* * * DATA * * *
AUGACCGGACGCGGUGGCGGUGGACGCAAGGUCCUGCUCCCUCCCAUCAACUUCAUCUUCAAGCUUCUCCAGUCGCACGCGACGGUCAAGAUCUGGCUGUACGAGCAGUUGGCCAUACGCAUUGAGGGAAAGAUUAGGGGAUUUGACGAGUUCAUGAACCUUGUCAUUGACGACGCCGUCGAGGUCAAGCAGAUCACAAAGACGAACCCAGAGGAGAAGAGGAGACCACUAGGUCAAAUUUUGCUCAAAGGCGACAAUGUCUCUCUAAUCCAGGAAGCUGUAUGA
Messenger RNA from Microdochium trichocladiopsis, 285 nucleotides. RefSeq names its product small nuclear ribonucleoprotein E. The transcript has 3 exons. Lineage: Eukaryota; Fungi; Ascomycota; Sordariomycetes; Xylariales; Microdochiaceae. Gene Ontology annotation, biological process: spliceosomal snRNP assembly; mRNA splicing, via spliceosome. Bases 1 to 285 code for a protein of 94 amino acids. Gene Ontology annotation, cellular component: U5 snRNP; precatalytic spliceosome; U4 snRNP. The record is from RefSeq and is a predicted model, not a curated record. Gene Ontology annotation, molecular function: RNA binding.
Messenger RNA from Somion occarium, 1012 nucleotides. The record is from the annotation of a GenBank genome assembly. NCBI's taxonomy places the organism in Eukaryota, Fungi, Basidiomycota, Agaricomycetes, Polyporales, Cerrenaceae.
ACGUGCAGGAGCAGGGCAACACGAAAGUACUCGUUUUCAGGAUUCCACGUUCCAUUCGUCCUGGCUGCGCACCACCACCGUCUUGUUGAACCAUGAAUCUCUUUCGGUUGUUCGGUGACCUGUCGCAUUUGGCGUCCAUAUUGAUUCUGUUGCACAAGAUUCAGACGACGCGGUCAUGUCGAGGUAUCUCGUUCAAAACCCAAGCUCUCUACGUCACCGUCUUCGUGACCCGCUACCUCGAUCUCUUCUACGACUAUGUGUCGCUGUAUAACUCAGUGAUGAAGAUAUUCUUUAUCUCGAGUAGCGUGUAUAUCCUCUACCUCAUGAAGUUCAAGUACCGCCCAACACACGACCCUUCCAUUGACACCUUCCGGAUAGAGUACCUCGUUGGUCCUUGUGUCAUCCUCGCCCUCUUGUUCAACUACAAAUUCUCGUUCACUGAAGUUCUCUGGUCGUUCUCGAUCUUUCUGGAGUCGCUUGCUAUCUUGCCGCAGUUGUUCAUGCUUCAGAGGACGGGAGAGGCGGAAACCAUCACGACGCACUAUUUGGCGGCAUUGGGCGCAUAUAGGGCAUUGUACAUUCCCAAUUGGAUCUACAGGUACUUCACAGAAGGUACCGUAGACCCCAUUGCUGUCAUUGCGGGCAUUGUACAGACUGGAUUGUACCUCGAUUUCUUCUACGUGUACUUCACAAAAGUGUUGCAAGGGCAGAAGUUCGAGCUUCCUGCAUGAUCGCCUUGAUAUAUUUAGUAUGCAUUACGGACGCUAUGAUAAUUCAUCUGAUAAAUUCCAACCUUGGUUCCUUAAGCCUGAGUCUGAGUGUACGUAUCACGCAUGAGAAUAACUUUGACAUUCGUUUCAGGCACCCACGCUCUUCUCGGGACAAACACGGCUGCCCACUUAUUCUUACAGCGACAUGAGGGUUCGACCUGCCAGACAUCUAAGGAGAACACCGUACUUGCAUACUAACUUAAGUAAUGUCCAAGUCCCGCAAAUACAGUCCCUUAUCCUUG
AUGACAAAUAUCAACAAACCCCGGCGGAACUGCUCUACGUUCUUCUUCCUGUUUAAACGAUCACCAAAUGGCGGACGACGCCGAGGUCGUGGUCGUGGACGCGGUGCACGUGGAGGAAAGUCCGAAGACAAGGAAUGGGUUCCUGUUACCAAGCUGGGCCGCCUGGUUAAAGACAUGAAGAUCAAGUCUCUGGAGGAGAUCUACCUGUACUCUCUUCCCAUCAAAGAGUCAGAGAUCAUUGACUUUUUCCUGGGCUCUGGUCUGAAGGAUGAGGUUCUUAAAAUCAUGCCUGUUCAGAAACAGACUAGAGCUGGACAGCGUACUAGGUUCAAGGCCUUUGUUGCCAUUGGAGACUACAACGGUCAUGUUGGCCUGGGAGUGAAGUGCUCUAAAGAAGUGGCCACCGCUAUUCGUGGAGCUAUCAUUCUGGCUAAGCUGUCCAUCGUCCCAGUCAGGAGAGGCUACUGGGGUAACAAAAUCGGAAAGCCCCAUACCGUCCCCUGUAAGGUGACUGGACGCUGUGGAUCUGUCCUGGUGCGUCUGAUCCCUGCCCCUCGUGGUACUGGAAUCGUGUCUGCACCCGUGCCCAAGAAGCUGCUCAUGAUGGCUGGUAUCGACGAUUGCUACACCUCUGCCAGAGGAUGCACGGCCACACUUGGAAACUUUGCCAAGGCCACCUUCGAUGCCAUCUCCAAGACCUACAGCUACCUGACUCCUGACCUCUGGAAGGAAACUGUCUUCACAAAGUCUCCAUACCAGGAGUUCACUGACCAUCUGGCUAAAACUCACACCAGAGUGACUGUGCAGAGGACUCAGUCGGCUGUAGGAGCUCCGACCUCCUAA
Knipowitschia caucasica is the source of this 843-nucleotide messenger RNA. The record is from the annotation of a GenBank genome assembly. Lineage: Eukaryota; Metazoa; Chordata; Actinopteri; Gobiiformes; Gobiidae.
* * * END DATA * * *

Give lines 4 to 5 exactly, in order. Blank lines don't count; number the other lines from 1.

ACGUGCAGGAGCAGGGCAACACGAAAGUACUCGUUUUCAGGAUUCCACGUUCCAUUCGUCCUGGCUGCGCACCACCACCGUCUUGUUGAACCAUGAAUCUCUUUCGGUUGUUCGGUGACCUGUCGCAUUUGGCGUCCAUAUUGAUUCUGUUGCACAAGAUUCAGACGACGCGGUCAUGUCGAGGUAUCUCGUUCAAAACCCAAGCUCUCUACGUCACCGUCUUCGUGACCCGCUACCUCGAUCUCUUCUACGACUAUGUGUCGCUGUAUAACUCAGUGAUGAAGAUAUUCUUUAUCUCGAGUAGCGUGUAUAUCCUCUACCUCAUGAAGUUCAAGUACCGCCCAACACACGACCCUUCCAUUGACACCUUCCGGAUAGAGUACCUCGUUGGUCCUUGUGUCAUCCUCGCCCUCUUGUUCAACUACAAAUUCUCGUUCACUGAAGUUCUCUGGUCGUUCUCGAUCUUUCUGGAGUCGCUUGCUAUCUUGCCGCAGUUGUUCAUGCUUCAGAGGACGGGAGAGGCGGAAACCAUCACGACGCACUAUUUGGCGGCAUUGGGCGCAUAUAGGGCAUUGUACAUUCCCAAUUGGAUCUACAGGUACUUCACAGAAGGUACCGUAGACCCCAUUGCUGUCAUUGCGGGCAUUGUACAGACUGGAUUGUACCUCGAUUUCUUCUACGUGUACUUCACAAAAGUGUUGCAAGGGCAGAAGUUCGAGCUUCCUGCAUGAUCGCCUUGAUAUAUUUAGUAUGCAUUACGGACGCUAUGAUAAUUCAUCUGAUAAAUUCCAACCUUGGUUCCUUAAGCCUGAGUCUGAGUGUACGUAUCACGCAUGAGAAUAACUUUGACAUUCGUUUCAGGCACCCACGCUCUUCUCGGGACAAACACGGCUGCCCACUUAUUCUUACAGCGACAUGAGGGUUCGACCUGCCAGACAUCUAAGGAGAACACCGUACUUGCAUACUAACUUAAGUAAUGUCCAAGUCCCGCAAAUACAGUCCCUUAUCCUUG
AUGACAAAUAUCAACAAACCCCGGCGGAACUGCUCUACGUUCUUCUUCCUGUUUAAACGAUCACCAAAUGGCGGACGACGCCGAGGUCGUGGUCGUGGACGCGGUGCACGUGGAGGAAAGUCCGAAGACAAGGAAUGGGUUCCUGUUACCAAGCUGGGCCGCCUGGUUAAAGACAUGAAGAUCAAGUCUCUGGAGGAGAUCUACCUGUACUCUCUUCCCAUCAAAGAGUCAGAGAUCAUUGACUUUUUCCUGGGCUCUGGUCUGAAGGAUGAGGUUCUUAAAAUCAUGCCUGUUCAGAAACAGACUAGAGCUGGACAGCGUACUAGGUUCAAGGCCUUUGUUGCCAUUGGAGACUACAACGGUCAUGUUGGCCUGGGAGUGAAGUGCUCUAAAGAAGUGGCCACCGCUAUUCGUGGAGCUAUCAUUCUGGCUAAGCUGUCCAUCGUCCCAGUCAGGAGAGGCUACUGGGGUAACAAAAUCGGAAAGCCCCAUACCGUCCCCUGUAAGGUGACUGGACGCUGUGGAUCUGUCCUGGUGCGUCUGAUCCCUGCCCCUCGUGGUACUGGAAUCGUGUCUGCACCCGUGCCCAAGAAGCUGCUCAUGAUGGCUGGUAUCGACGAUUGCUACACCUCUGCCAGAGGAUGCACGGCCACACUUGGAAACUUUGCCAAGGCCACCUUCGAUGCCAUCUCCAAGACCUACAGCUACCUGACUCCUGACCUCUGGAAGGAAACUGUCUUCACAAAGUCUCCAUACCAGGAGUUCACUGACCAUCUGGCUAAAACUCACACCAGAGUGACUGUGCAGAGGACUCAGUCGGCUGUAGGAGCUCCGACCUCCUAA